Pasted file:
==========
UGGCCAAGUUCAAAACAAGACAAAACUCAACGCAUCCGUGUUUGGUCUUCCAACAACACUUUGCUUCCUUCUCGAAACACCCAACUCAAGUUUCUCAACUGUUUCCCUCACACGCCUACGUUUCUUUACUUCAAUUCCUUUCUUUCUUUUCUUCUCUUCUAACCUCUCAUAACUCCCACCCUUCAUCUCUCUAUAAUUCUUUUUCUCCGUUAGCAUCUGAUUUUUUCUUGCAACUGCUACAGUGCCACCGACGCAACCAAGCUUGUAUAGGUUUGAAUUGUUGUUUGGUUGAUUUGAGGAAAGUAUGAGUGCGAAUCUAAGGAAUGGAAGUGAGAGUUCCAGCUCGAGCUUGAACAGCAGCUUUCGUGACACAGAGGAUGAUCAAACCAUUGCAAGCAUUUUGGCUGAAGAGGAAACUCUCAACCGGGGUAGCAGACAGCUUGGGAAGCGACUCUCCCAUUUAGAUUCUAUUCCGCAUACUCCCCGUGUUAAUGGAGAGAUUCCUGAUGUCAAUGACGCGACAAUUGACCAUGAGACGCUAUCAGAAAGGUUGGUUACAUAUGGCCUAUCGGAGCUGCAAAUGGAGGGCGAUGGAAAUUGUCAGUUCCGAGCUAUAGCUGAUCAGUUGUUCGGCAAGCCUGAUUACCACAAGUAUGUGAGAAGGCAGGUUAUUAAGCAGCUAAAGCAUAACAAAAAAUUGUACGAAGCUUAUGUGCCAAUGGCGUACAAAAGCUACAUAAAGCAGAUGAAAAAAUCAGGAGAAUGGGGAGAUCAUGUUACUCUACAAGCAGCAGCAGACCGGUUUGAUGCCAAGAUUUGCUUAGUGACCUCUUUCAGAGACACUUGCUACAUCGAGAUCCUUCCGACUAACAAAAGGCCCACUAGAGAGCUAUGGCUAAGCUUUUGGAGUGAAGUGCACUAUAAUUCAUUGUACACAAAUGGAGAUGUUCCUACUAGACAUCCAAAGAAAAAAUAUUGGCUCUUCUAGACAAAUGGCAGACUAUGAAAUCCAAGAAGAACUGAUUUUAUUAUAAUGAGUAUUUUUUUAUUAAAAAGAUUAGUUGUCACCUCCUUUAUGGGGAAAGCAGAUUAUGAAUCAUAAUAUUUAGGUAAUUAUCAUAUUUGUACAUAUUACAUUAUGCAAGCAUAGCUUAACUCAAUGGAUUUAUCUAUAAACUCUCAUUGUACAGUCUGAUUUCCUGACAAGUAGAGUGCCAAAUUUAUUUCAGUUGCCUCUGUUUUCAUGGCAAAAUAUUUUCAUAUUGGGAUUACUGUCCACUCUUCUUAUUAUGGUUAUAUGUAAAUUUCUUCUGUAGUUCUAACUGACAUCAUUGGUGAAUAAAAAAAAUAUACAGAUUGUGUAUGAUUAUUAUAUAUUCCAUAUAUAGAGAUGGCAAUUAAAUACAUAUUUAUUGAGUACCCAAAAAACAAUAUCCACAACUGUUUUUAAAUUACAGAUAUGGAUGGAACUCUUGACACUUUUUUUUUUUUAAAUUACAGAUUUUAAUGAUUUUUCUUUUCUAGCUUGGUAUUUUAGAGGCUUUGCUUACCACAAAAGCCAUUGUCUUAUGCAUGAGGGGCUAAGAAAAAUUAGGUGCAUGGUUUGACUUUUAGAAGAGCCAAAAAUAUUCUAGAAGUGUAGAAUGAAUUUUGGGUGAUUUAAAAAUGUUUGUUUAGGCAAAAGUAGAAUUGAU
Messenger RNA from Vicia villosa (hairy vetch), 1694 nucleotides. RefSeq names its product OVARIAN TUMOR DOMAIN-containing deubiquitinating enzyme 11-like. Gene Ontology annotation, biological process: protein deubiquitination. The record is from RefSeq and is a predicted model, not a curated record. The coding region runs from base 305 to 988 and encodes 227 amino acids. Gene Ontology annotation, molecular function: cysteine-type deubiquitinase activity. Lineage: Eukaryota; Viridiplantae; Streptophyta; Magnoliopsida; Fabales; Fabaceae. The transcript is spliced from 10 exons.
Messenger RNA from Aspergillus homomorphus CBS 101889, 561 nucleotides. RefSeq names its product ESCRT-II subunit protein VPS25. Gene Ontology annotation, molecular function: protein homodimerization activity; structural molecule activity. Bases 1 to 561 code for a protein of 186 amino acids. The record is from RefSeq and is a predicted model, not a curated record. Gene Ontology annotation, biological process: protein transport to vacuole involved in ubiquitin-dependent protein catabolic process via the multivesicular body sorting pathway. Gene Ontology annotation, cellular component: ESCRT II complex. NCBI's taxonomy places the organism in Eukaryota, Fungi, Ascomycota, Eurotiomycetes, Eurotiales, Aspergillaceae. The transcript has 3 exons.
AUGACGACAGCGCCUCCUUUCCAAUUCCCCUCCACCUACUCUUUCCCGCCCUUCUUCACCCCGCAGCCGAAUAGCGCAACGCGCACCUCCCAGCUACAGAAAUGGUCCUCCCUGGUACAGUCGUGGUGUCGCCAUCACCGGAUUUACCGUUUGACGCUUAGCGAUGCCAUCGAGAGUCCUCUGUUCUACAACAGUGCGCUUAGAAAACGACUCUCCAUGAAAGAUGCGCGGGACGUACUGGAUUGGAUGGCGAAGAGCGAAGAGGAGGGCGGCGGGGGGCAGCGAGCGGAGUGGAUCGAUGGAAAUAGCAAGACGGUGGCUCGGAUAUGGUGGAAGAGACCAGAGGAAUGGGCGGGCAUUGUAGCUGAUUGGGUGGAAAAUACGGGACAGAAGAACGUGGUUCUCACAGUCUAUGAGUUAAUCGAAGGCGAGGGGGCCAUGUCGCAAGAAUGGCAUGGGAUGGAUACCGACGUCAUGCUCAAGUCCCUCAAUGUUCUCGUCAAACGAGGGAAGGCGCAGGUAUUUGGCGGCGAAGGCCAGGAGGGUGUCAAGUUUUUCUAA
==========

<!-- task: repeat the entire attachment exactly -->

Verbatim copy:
UGGCCAAGUUCAAAACAAGACAAAACUCAACGCAUCCGUGUUUGGUCUUCCAACAACACUUUGCUUCCUUCUCGAAACACCCAACUCAAGUUUCUCAACUGUUUCCCUCACACGCCUACGUUUCUUUACUUCAAUUCCUUUCUUUCUUUUCUUCUCUUCUAACCUCUCAUAACUCCCACCCUUCAUCUCUCUAUAAUUCUUUUUCUCCGUUAGCAUCUGAUUUUUUCUUGCAACUGCUACAGUGCCACCGACGCAACCAAGCUUGUAUAGGUUUGAAUUGUUGUUUGGUUGAUUUGAGGAAAGUAUGAGUGCGAAUCUAAGGAAUGGAAGUGAGAGUUCCAGCUCGAGCUUGAACAGCAGCUUUCGUGACACAGAGGAUGAUCAAACCAUUGCAAGCAUUUUGGCUGAAGAGGAAACUCUCAACCGGGGUAGCAGACAGCUUGGGAAGCGACUCUCCCAUUUAGAUUCUAUUCCGCAUACUCCCCGUGUUAAUGGAGAGAUUCCUGAUGUCAAUGACGCGACAAUUGACCAUGAGACGCUAUCAGAAAGGUUGGUUACAUAUGGCCUAUCGGAGCUGCAAAUGGAGGGCGAUGGAAAUUGUCAGUUCCGAGCUAUAGCUGAUCAGUUGUUCGGCAAGCCUGAUUACCACAAGUAUGUGAGAAGGCAGGUUAUUAAGCAGCUAAAGCAUAACAAAAAAUUGUACGAAGCUUAUGUGCCAAUGGCGUACAAAAGCUACAUAAAGCAGAUGAAAAAAUCAGGAGAAUGGGGAGAUCAUGUUACUCUACAAGCAGCAGCAGACCGGUUUGAUGCCAAGAUUUGCUUAGUGACCUCUUUCAGAGACACUUGCUACAUCGAGAUCCUUCCGACUAACAAAAGGCCCACUAGAGAGCUAUGGCUAAGCUUUUGGAGUGAAGUGCACUAUAAUUCAUUGUACACAAAUGGAGAUGUUCCUACUAGACAUCCAAAGAAAAAAUAUUGGCUCUUCUAGACAAAUGGCAGACUAUGAAAUCCAAGAAGAACUGAUUUUAUUAUAAUGAGUAUUUUUUUAUUAAAAAGAUUAGUUGUCACCUCCUUUAUGGGGAAAGCAGAUUAUGAAUCAUAAUAUUUAGGUAAUUAUCAUAUUUGUACAUAUUACAUUAUGCAAGCAUAGCUUAACUCAAUGGAUUUAUCUAUAAACUCUCAUUGUACAGUCUGAUUUCCUGACAAGUAGAGUGCCAAAUUUAUUUCAGUUGCCUCUGUUUUCAUGGCAAAAUAUUUUCAUAUUGGGAUUACUGUCCACUCUUCUUAUUAUGGUUAUAUGUAAAUUUCUUCUGUAGUUCUAACUGACAUCAUUGGUGAAUAAAAAAAAUAUACAGAUUGUGUAUGAUUAUUAUAUAUUCCAUAUAUAGAGAUGGCAAUUAAAUACAUAUUUAUUGAGUACCCAAAAAACAAUAUCCACAACUGUUUUUAAAUUACAGAUAUGGAUGGAACUCUUGACACUUUUUUUUUUUUAAAUUACAGAUUUUAAUGAUUUUUCUUUUCUAGCUUGGUAUUUUAGAGGCUUUGCUUACCACAAAAGCCAUUGUCUUAUGCAUGAGGGGCUAAGAAAAAUUAGGUGCAUGGUUUGACUUUUAGAAGAGCCAAAAAUAUUCUAGAAGUGUAGAAUGAAUUUUGGGUGAUUUAAAAAUGUUUGUUUAGGCAAAAGUAGAAUUGAU
Messenger RNA from Vicia villosa (hairy vetch), 1694 nucleotides. RefSeq names its product OVARIAN TUMOR DOMAIN-containing deubiquitinating enzyme 11-like. Gene Ontology annotation, biological process: protein deubiquitination. The record is from RefSeq and is a predicted model, not a curated record. The coding region runs from base 305 to 988 and encodes 227 amino acids. Gene Ontology annotation, molecular function: cysteine-type deubiquitinase activity. Lineage: Eukaryota; Viridiplantae; Streptophyta; Magnoliopsida; Fabales; Fabaceae. The transcript is spliced from 10 exons.
Messenger RNA from Aspergillus homomorphus CBS 101889, 561 nucleotides. RefSeq names its product ESCRT-II subunit protein VPS25. Gene Ontology annotation, molecular function: protein homodimerization activity; structural molecule activity. Bases 1 to 561 code for a protein of 186 amino acids. The record is from RefSeq and is a predicted model, not a curated record. Gene Ontology annotation, biological process: protein transport to vacuole involved in ubiquitin-dependent protein catabolic process via the multivesicular body sorting pathway. Gene Ontology annotation, cellular component: ESCRT II complex. NCBI's taxonomy places the organism in Eukaryota, Fungi, Ascomycota, Eurotiomycetes, Eurotiales, Aspergillaceae. The transcript has 3 exons.
AUGACGACAGCGCCUCCUUUCCAAUUCCCCUCCACCUACUCUUUCCCGCCCUUCUUCACCCCGCAGCCGAAUAGCGCAACGCGCACCUCCCAGCUACAGAAAUGGUCCUCCCUGGUACAGUCGUGGUGUCGCCAUCACCGGAUUUACCGUUUGACGCUUAGCGAUGCCAUCGAGAGUCCUCUGUUCUACAACAGUGCGCUUAGAAAACGACUCUCCAUGAAAGAUGCGCGGGACGUACUGGAUUGGAUGGCGAAGAGCGAAGAGGAGGGCGGCGGGGGGCAGCGAGCGGAGUGGAUCGAUGGAAAUAGCAAGACGGUGGCUCGGAUAUGGUGGAAGAGACCAGAGGAAUGGGCGGGCAUUGUAGCUGAUUGGGUGGAAAAUACGGGACAGAAGAACGUGGUUCUCACAGUCUAUGAGUUAAUCGAAGGCGAGGGGGCCAUGUCGCAAGAAUGGCAUGGGAUGGAUACCGACGUCAUGCUCAAGUCCCUCAAUGUUCUCGUCAAACGAGGGAAGGCGCAGGUAUUUGGCGGCGAAGGCCAGGAGGGUGUCAAGUUUUUCUAA